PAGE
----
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  • Near Space BallooningBy Keith Harrison
    Engineering Physics and Robotics Teacher
    Cherry Creek High School

    keith Harrison

    There is something awe inspiring about making a machine that will go somewhere inaccessible to most people on the planet. The simple act of inflating, then letting go of, a thin latex balloon, achieves this feat. Then add a few scientific bells and whistles and you can bring back all kinds of interesting information from the balloon's journey to near space.

    I teach Engineering Physics at Cherry Creek High School. This course involves a lot of building, testing, and lab work, so when I learned about the opportunity to fly a weather balloon with a student-designed payload, I jumped at the chance. It has since become one of the highlights of my students' year.

    The fascination with space tends to take hold on the day of the launch, when students finally see their hard work accelerate into the sky. Weeks before the launch, the project is engaging for its ability to bring an entire class together for a single goal. Although the entire project can, if necessary, be conducted by as few as four or five students, it can also be designed to involve a typical class of up to thirty. I establish teams to install and operate cameras, design and build electronic circuits with sensors (usually with Arduino), learn and rehearse launch day procedures, retrieve the payload once it's landed (this is a favorite), and analyze and present data after the flight.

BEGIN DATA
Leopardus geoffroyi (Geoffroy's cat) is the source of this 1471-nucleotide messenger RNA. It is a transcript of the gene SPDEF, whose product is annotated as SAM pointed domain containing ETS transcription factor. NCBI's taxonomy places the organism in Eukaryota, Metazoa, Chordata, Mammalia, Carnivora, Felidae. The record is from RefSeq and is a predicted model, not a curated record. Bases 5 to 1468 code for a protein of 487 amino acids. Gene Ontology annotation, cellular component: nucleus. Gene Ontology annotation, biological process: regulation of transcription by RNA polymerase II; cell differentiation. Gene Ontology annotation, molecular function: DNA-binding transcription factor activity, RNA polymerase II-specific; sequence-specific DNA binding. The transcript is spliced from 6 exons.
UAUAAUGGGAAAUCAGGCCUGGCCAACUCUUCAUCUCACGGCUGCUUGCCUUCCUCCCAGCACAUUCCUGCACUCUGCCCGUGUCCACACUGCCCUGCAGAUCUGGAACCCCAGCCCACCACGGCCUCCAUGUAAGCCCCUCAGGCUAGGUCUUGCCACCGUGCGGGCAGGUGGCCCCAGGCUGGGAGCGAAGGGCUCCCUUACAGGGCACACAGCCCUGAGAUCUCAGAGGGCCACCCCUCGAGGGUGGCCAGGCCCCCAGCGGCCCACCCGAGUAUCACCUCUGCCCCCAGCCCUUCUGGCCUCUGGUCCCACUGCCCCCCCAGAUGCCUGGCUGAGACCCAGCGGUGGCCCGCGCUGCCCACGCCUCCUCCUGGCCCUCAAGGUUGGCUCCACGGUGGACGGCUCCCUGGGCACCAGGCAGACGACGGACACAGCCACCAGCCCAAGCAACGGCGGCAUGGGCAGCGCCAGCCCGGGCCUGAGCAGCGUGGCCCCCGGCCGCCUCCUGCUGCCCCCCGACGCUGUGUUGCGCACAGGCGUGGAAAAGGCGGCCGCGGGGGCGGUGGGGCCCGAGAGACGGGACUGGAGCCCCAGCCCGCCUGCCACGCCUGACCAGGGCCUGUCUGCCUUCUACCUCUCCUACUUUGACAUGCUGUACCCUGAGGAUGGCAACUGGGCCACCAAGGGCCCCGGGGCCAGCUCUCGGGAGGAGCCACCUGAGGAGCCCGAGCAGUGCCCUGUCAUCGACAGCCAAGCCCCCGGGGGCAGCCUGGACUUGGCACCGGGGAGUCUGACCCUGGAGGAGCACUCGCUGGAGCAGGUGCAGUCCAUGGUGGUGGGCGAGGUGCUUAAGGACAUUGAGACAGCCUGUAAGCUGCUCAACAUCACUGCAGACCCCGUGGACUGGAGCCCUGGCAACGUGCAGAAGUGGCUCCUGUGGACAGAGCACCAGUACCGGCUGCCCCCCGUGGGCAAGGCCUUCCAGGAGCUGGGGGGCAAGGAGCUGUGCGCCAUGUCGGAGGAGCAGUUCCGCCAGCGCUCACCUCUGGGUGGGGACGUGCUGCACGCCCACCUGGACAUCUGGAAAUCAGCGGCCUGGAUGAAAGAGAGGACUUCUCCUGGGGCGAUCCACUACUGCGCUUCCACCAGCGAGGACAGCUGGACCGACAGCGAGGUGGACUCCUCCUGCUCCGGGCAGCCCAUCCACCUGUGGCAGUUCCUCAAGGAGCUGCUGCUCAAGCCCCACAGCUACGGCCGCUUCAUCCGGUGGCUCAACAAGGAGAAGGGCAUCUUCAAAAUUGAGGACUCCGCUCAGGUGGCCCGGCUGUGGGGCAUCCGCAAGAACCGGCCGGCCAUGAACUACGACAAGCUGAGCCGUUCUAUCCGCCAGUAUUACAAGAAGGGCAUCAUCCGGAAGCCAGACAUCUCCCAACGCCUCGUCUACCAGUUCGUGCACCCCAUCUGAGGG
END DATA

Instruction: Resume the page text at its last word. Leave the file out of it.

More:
Weather balloon projects allow students to learn and practice engineering skills in the context of an authentic enterprise that takes place in their own neighborhood and community. Information obtained from the payload can be shared with the rest of the school to enrich lessons in geography, physics, chemistry, and environmental science.

    All in all, this is an excellent opportunity for student learning and engagement. Even the sky, in this case, is not the limit!

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